Every Day It’s A-getting Closer

Going faster than a roller coaster…oh sorry, I was just singing to myself here for a minute.

Ok, the jeans I showed you yesterday? They’re done. They’re not what I wanted but I think I know how to fix that…so here’s the pic:

Butterick 5682, View B

Observant people will notice that they are somewhat large. Guys, I measure as a size 14. I normally sew a size 12, but that can change with pants so I sewed an actual 14. I compared the pattern measurements not only to my body but to measurements I had taken of my RTW jeans. Nonetheless, I had to take in the side seams ONE AND AN EIGHTH of an inch on each side. And they’re still far too large. I also added a wedge to both the back and front pieces, 1 inch at the center back seam tapering to 3/8″ at the sides then another wedge in the front pattern piece, tapering from 3/8″ at the sides to nothing at the front seam. Hopefully a picture will make it clearer:

This is a picture of the back piece; the front looks similar but with a much smaller wedge.

This fixed my swayback, put the front and back of the waistband at the same level, and made the entire rise far too long. On the plus side, it doesn’t pull at the back center seam (yippee)! So I think I need to do the same adjustment, but on a much smaller level. In fact, I think I need to make these jeans in a size 10. The sizing on this is RIDICULOUS. On the very good side? I made NO adjustments to the pattern other than the rise adjustment, and they’re the right general shape. I plan to buy another copy of Butterick 5682, as I think this is going to end up being my TNT pattern, if I can just get the sizing right. I might even be able to sew a 10 straight out of the package.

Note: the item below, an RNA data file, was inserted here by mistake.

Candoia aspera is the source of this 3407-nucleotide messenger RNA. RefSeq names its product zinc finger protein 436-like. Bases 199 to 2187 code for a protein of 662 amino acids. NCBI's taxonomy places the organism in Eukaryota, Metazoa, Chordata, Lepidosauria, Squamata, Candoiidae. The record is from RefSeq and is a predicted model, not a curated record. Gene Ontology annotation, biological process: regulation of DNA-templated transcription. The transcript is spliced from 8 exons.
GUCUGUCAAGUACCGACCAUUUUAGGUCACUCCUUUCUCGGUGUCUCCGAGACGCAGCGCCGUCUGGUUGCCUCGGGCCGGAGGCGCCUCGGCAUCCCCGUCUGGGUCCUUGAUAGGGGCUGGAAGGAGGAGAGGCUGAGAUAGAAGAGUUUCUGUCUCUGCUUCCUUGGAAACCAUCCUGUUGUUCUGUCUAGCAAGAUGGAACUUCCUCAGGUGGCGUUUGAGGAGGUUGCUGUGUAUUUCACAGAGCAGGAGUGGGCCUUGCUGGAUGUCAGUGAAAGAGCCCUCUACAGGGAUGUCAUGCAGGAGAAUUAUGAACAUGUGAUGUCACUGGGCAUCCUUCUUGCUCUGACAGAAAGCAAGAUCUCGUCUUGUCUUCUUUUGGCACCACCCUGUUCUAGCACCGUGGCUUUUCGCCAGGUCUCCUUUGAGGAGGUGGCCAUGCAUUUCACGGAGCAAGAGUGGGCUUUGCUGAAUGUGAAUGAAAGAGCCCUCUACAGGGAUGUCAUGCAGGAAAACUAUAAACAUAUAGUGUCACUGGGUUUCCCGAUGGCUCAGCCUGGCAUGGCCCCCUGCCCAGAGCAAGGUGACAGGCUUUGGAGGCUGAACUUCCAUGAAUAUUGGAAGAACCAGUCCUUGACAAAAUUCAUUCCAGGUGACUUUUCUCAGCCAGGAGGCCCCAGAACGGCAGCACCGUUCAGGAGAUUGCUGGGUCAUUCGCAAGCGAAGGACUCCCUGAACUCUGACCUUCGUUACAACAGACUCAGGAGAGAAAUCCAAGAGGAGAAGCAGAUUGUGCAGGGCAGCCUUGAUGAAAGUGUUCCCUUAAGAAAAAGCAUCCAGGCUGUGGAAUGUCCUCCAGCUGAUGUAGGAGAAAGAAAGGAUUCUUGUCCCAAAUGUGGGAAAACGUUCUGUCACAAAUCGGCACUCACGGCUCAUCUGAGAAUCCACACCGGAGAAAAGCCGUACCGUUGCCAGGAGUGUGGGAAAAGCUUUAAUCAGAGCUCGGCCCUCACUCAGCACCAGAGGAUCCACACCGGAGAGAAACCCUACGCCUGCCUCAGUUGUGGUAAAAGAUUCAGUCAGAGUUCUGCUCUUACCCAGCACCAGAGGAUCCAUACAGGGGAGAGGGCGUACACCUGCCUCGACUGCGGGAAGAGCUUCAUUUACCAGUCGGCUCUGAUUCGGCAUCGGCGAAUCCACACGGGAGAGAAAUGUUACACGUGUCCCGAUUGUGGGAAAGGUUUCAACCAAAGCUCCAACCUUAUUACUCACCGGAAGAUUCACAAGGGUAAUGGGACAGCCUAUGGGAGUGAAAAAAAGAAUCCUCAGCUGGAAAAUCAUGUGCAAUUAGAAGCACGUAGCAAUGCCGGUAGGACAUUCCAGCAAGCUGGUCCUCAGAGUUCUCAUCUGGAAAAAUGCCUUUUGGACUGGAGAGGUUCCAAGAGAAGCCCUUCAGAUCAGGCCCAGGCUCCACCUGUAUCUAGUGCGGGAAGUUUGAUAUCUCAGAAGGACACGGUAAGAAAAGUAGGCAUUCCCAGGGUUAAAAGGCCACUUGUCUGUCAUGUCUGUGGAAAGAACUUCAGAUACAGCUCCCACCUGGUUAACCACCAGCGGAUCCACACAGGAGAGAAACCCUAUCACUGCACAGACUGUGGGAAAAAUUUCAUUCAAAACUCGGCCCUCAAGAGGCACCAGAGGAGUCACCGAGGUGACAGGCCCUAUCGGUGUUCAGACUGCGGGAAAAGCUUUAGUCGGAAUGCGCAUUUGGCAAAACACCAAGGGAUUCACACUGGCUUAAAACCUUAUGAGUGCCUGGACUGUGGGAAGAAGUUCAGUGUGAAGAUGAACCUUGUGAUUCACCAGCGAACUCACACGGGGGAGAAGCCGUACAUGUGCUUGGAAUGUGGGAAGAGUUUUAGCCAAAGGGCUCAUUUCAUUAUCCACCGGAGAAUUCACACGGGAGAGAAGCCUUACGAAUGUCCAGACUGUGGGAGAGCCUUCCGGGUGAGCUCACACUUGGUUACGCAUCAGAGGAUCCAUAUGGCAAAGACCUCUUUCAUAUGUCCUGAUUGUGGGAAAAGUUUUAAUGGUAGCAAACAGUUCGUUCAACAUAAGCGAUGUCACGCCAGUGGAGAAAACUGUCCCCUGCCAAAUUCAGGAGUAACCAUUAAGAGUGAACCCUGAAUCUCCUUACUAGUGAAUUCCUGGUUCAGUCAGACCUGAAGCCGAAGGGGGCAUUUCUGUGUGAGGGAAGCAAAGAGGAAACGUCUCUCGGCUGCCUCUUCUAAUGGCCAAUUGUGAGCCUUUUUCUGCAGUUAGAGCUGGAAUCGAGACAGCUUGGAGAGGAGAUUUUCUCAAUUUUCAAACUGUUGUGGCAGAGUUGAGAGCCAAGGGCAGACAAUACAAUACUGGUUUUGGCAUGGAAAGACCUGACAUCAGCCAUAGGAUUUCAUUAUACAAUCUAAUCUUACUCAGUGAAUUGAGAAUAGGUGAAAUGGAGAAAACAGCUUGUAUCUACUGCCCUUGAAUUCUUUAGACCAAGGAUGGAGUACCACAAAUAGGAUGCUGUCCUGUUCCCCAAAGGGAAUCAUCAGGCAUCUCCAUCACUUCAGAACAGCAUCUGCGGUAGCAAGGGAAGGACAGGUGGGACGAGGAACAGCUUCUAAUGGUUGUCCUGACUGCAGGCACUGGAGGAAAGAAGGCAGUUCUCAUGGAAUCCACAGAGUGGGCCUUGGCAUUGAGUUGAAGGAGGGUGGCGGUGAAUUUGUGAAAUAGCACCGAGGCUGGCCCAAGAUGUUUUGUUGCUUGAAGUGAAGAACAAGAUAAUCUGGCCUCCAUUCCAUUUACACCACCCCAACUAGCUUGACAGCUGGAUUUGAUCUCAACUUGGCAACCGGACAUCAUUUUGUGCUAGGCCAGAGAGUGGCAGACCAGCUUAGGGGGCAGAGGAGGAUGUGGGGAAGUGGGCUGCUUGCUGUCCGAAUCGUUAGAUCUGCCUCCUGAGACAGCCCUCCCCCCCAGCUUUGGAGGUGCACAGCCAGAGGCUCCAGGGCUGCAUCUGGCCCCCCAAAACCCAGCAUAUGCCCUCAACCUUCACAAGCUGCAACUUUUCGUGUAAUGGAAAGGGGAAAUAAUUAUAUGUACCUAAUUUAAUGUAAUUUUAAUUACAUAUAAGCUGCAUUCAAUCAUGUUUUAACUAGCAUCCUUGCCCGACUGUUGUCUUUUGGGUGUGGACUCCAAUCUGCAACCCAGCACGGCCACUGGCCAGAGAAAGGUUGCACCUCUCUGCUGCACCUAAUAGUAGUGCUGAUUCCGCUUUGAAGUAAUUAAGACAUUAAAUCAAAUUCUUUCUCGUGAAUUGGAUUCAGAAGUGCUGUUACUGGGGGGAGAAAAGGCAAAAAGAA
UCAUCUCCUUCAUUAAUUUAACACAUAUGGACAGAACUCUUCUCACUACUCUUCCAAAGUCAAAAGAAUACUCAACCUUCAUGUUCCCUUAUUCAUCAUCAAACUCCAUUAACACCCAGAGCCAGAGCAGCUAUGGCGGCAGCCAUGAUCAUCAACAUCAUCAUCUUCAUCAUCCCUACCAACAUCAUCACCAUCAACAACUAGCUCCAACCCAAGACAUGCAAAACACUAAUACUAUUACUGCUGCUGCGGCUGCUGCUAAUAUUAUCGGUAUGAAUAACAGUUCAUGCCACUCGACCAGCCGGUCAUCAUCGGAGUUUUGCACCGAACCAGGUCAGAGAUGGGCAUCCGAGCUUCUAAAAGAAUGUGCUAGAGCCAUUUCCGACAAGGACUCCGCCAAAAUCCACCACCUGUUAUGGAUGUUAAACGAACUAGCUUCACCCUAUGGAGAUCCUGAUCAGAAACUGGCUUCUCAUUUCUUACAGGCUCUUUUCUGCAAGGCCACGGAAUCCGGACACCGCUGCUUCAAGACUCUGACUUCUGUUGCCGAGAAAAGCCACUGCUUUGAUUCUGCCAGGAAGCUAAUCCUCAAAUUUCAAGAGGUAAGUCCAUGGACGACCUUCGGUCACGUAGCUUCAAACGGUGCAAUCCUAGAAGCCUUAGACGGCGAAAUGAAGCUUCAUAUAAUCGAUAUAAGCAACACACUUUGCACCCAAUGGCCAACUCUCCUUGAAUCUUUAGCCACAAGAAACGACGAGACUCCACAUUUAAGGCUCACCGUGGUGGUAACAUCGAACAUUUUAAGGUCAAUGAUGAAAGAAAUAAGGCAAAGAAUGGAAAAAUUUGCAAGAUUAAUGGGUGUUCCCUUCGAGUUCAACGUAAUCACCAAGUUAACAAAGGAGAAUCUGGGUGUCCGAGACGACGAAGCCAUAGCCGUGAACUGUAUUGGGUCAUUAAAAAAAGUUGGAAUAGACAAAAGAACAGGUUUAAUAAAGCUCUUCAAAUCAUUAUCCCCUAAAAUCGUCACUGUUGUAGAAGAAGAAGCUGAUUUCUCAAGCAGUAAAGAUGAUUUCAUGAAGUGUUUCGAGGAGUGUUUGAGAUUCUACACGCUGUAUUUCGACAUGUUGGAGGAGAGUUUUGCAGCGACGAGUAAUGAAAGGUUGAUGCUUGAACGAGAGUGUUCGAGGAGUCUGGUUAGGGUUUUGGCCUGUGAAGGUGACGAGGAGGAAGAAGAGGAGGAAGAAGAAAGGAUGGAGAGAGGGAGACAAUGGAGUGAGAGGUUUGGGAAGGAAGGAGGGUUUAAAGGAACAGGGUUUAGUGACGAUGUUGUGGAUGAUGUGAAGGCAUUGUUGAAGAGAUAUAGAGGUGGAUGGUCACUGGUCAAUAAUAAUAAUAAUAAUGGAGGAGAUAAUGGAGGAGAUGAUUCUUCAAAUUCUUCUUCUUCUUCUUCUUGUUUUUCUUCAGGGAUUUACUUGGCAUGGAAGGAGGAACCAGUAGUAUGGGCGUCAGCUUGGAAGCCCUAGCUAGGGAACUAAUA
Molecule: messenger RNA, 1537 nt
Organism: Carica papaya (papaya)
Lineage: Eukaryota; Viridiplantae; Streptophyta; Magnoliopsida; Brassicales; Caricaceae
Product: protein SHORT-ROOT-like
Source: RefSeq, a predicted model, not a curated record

A few other observations: the fly piece and fly shield are really short on this. I actually thought they were weirdly short — I had to attach the waistband at 3/8″ to accommodate the usual 4″ metal fly zip I prefer on my pants. I also have to wiggle a bit to get the waistband over my butt, even though everything else about these pants is large and in charge. I have a note on the pattern to extend both pieces by 3/8″ next time around. Also, I didn’t bother reading the instructions so I have no idea if they suggested stay-stitching, but my yoke ended up a teensy bit ripply because I didn’t stay-stitch the top back piece or the top yoke. Definitely stay-stitch everything on this pattern, especially if you are using a stretch denim.

The last time I made it all the way through a pair of jeans, it took me two weeks (no kidding). This time around, it took me three days. Not bad, not bad….I might get the hang of this denim sewing thing after all.